The Humanities Center and Ethical Inquiry at Carleton (EthIC) are pleased to announce the recipients of summer break Student Research Partner (SRP) awards for 2023. Congratulations to all!

Palmar Alvarez-Blanco (Spanish) and Grace Wallace-Jackson’24 will travel through northern Spain to record new interviews for the Constellation of the Commons’ project, a digital archive and ongoing research project that is open access. The archive has become a critical tool for political thinking and socio-cultural analysis of contemporary Spain, containing more than 90 interviews with collectives of practice operating in Spain who are reclaiming the system of the Commons. Funded by the Humanities Center Trustee Endowed Research Fund.

Sarah Anthony (French and Francophone Studies) and Sarah Raman ’25 will look at how digital tools (such as Readlang, Quizlet, etc.) can support vocabulary acquisition through meaning-focused input and output, language-focused learning, and development of fluency, which are considered to be key strands of effective vocabulary teaching and learning. Funded by the Humanities Center Trustee Endowed Research Fund.

Cecilia Cornejo (Cinema and Media Studies), Jeremy Gautama ’26 and Drew Rodriguez-Michel ’25 will work on The Wandering House ~ Sound Archive, an interactive archive and sound-mapping website that explores notions of home and belonging from the perspective of three river towns in southeastern Minnesota: Northfield, Lanesboro, and Red Wing. Funded by the EthIC Joan Hanson Fund.

Catherine Fortin (Linguistics) and Maika Danford ’24 will explore Indonesian syntax with a corpus investigation.  They will read and discuss a body of pertinent scholarly literature on the topic and compile, store, sort, code, and analyze that data. Funded by the Humanities Center Trustee Endowed Research Fund.

Silvia López (Spanish) and Mitch Porter ’25 will work on the comparison of sources, evaluation and editing of texts and abstracts, as well as on the general preparation of a manuscript. The project “Ideas en su lugar: la teoría crítica en el sistema mundial” is scheduled for publication in 2024 in Spain. Funded by the EthIC Joan Hanson Fund

Austin Mason (History and Digital Arts and the Humanities) and his team of student researchers were awarded money to travel to Grinnell, IA and up to Moorhead, MN to meet with other team members of “The Virtual Viking Longship Project: A Study in the Future of Liberal Arts Teaching and Research,” a project to develop 3D models and virtual reality experiences around a Viking Age longship. The project directors and students from Grinnell and Carleton will collaborate with local and international museum partners, and will document the workflow and learning outcomes, including recommended best practices, to share with other undergraduate institutions, researchers, developers and the interested public. Funded by the Humanities Center Trustee Endowed Research Fund.

Jake Morton (Classics) and Emery John ’24, Charlie Solomon ’25 and Nahome Lantyderu ’26 will do fieldwork in Greece toward a history of the Athamanians and the Dolopians, ancient Greek peoples who controlled key mountain passes and had a period of relatively outsize importance during Rome’s initial invasion of Greece between 200-167 BC. Funded by the Humanities Center Trustee Endowed Research Fund.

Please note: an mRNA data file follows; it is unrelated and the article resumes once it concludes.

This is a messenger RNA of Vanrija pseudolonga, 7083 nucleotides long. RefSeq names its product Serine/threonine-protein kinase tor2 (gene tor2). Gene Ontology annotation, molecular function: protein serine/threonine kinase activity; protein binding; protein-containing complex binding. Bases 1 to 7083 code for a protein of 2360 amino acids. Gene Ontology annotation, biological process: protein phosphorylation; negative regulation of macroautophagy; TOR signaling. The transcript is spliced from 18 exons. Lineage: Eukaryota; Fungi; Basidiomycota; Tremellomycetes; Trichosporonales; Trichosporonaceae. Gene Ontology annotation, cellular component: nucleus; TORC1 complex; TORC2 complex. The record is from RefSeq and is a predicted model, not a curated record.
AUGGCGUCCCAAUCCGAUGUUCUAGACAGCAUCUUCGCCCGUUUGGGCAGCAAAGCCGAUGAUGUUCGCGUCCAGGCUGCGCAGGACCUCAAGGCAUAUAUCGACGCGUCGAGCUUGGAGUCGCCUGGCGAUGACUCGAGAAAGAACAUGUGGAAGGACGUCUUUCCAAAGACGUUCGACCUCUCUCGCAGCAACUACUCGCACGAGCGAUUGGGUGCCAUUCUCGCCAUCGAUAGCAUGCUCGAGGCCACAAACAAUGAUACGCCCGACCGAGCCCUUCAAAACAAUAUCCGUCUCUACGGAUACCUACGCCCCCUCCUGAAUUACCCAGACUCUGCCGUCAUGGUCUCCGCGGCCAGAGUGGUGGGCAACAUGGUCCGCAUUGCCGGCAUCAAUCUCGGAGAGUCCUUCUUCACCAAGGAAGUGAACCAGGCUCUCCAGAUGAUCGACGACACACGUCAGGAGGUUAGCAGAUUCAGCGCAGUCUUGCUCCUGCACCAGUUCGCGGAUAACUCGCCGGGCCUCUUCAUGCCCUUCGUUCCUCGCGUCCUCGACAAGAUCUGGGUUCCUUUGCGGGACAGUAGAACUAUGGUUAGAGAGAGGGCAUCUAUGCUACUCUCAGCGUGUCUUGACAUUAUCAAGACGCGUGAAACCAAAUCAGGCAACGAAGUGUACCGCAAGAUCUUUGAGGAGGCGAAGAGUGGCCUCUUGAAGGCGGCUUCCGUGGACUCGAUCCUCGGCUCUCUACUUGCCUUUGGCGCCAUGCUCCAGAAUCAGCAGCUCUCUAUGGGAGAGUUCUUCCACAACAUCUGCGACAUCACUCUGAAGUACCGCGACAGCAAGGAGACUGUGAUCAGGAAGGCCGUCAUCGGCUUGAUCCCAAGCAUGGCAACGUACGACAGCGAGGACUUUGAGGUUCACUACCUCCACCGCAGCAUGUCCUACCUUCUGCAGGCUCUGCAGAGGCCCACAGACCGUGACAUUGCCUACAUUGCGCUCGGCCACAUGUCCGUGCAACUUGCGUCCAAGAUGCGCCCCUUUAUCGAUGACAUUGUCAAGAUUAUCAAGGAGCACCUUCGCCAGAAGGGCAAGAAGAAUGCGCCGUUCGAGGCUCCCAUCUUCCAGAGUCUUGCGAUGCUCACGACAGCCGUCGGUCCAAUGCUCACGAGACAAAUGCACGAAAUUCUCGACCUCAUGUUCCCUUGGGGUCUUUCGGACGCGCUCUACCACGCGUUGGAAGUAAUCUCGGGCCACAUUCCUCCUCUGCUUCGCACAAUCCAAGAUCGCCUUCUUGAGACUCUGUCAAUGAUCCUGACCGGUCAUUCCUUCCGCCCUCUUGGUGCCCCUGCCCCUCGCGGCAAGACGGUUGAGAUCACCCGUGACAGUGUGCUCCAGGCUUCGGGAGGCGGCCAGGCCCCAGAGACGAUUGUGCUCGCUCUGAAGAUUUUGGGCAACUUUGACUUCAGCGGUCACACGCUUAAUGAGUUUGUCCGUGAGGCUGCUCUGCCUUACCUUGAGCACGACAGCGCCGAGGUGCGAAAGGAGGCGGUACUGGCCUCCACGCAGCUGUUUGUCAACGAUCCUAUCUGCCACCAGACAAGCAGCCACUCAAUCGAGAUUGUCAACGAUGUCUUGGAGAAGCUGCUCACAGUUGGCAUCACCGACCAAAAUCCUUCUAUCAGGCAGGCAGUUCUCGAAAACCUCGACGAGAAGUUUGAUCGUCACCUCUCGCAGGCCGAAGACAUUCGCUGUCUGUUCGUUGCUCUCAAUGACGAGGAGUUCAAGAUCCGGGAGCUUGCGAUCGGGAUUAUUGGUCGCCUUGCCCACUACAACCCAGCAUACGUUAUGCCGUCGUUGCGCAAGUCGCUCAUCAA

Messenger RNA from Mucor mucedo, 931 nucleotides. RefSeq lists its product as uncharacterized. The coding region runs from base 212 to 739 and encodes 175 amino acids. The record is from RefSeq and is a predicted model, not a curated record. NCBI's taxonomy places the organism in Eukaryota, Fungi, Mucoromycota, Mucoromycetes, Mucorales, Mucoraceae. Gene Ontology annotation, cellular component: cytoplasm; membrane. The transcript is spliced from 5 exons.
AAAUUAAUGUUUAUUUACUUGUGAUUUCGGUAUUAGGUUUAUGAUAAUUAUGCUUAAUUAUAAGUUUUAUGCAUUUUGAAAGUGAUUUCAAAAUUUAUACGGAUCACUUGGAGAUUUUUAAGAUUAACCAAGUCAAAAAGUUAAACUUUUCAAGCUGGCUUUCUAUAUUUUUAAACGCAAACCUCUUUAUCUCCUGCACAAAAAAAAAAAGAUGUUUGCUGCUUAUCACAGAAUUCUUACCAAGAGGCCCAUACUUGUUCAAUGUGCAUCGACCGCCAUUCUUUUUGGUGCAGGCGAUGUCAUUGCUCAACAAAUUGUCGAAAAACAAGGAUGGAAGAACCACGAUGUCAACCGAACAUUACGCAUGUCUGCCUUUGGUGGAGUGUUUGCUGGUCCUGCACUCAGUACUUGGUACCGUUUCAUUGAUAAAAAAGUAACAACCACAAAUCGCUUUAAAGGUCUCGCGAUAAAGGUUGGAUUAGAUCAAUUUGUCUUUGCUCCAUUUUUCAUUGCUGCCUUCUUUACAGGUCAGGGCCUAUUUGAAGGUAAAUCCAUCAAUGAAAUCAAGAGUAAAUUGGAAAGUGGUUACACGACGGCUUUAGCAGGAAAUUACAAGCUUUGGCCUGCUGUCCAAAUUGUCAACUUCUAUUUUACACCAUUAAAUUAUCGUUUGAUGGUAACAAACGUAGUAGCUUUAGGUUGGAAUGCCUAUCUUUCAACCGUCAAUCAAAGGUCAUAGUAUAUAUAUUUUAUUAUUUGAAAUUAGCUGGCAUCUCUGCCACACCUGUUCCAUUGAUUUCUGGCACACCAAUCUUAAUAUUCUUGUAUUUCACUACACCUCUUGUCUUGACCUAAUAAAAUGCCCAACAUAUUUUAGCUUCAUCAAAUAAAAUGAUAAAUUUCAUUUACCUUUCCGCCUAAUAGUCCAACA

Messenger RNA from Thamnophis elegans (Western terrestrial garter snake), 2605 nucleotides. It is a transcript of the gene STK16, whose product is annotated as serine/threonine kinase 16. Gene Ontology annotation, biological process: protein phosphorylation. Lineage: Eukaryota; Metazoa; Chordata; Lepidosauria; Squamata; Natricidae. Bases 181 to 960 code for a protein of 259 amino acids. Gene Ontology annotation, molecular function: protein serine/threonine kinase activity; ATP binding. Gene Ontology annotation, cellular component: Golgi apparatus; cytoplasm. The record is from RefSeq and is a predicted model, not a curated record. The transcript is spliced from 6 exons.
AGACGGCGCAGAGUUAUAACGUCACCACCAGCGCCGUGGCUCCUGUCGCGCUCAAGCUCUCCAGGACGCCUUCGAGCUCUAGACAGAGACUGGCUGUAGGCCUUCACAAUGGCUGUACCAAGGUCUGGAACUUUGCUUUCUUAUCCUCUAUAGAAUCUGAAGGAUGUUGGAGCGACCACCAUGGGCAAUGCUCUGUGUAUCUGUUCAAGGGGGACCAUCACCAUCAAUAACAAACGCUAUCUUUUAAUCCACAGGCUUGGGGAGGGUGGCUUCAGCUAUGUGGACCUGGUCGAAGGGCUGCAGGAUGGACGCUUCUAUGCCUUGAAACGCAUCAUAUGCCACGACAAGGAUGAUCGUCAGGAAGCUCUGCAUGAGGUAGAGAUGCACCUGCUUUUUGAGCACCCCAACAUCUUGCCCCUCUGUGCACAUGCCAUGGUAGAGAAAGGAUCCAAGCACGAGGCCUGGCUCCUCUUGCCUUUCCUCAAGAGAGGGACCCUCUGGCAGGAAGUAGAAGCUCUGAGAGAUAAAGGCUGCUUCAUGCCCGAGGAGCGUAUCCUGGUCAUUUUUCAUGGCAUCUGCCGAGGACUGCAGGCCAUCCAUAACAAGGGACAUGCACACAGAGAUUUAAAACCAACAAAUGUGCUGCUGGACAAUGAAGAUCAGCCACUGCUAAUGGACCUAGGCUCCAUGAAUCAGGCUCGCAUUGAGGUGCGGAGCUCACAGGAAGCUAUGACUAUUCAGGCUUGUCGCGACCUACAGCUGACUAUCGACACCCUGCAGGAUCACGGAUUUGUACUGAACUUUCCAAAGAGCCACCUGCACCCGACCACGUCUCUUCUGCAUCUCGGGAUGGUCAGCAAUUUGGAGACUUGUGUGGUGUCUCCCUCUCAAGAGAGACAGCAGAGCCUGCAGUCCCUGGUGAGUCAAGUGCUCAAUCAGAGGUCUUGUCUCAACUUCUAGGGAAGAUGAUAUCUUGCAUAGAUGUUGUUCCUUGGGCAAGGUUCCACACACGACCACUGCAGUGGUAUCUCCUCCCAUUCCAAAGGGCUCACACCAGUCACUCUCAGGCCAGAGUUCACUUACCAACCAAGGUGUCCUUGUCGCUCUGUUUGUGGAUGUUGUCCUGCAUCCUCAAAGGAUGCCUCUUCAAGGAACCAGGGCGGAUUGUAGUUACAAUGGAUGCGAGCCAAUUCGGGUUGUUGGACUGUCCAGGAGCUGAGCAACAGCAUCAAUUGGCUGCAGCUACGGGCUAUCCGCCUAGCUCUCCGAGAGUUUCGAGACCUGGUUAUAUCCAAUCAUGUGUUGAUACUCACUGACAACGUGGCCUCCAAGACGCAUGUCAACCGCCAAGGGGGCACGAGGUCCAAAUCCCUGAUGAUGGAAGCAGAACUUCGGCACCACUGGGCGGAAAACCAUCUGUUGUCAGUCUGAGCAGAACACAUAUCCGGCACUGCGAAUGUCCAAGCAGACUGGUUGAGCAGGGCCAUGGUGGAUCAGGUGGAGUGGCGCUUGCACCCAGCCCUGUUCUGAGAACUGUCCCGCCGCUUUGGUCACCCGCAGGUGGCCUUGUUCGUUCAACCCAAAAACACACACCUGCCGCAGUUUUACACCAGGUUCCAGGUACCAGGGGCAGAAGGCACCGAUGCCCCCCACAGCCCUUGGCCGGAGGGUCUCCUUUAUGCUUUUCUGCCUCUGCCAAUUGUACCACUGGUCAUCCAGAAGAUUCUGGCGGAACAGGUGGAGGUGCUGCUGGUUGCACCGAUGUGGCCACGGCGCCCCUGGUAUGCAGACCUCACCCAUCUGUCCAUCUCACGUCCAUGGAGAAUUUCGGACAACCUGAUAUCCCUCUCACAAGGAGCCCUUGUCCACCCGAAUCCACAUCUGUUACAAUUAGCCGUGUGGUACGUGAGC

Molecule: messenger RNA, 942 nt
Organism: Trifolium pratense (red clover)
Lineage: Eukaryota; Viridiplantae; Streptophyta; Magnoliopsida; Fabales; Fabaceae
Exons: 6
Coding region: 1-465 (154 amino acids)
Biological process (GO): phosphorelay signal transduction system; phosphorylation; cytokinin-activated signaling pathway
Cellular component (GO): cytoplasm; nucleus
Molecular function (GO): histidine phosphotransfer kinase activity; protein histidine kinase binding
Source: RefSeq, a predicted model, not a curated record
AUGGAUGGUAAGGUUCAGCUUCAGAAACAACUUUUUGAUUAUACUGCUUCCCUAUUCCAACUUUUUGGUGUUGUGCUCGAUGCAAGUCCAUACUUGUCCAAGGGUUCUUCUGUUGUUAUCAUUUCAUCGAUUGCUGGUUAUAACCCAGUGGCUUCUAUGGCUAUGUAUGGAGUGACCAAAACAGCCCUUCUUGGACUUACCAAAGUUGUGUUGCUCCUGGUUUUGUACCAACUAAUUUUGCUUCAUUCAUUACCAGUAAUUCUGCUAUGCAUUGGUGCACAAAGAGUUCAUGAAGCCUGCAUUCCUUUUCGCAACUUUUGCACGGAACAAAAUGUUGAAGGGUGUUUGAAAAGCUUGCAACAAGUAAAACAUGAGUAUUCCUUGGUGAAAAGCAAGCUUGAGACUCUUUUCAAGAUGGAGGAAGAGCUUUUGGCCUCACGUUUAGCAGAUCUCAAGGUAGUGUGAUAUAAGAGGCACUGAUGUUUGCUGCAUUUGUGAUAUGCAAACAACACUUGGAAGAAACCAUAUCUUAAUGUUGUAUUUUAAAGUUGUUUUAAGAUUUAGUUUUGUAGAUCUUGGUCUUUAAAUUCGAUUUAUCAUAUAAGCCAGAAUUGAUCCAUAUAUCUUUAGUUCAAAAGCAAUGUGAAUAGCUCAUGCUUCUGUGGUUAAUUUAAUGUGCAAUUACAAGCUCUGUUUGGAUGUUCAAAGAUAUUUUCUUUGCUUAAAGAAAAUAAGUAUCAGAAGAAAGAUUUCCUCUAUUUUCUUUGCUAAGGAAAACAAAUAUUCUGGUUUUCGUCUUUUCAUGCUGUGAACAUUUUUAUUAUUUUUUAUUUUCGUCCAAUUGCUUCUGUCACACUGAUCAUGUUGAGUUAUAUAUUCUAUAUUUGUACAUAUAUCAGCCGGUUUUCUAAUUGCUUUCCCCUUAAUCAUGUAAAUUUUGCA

Bill North (History) and Tim Abbott (’26) will work on collating the two known manuscripts to prepare a critical edition of a 12th century Latin commentary on the book of Lamentations by the monk William of Fly (Flaix), who was converted from Judaism as a young boy. The commentary forms part of a cluster of works on Lamentations that emerge in the first half of the 12th century and therefore can offer important insights into the changing meanings of Lamentations and the fall of Jerusalem. Funded by the Humanities Center Trustee Endowed Research Fund.

Timothy Raylor (English) and Drew Rodriguez-Michel ’25 will work on Raylor’s edition of Thomas Hobbes’ De Corpore, and in particular on producing printable versions of the diagrams drawn by Hobbes and his scribes for the geometrical chapters of the text. This will require examining facsimiles of manuscript diagrams alongside the edited transcriptions and translations. Funded by the Humanities Center Trustee Endowed Research Fund.

Jordan Rogers (Classics) and Samantha Zimmerman ’24 will travel to Italy to work on the Pompeii I.14 project, an archaeological excavation at the ancient site of Pompeii. This project is examining the development of one portion of the city, Insula I.14 in the modern address system. The project aims to uncover every phase of human habitation in our area below the 79 CE level, when Mt. Vesuvius erupted and buried the city under ash, and to collect and analyze data pertaining to the evolution of infrastructures for water and waste in this portion of the city. Funded by the Humanities Center Trustee Endowed Research Fund.

Ambar Galaviz ’26 and Riley Gibson’26 will assist Serena Zabin (History) in working through the nearly nine thousand petitions recently scanned by the State Library of Virginia. Such petitions allowed citizens and others to send complaints, requests or suggestions to the government. Zabin and the SRPs plan to organize these by type, gender, and other categories of claims to citizenship as a first step towards making sense of this enormous but underused source.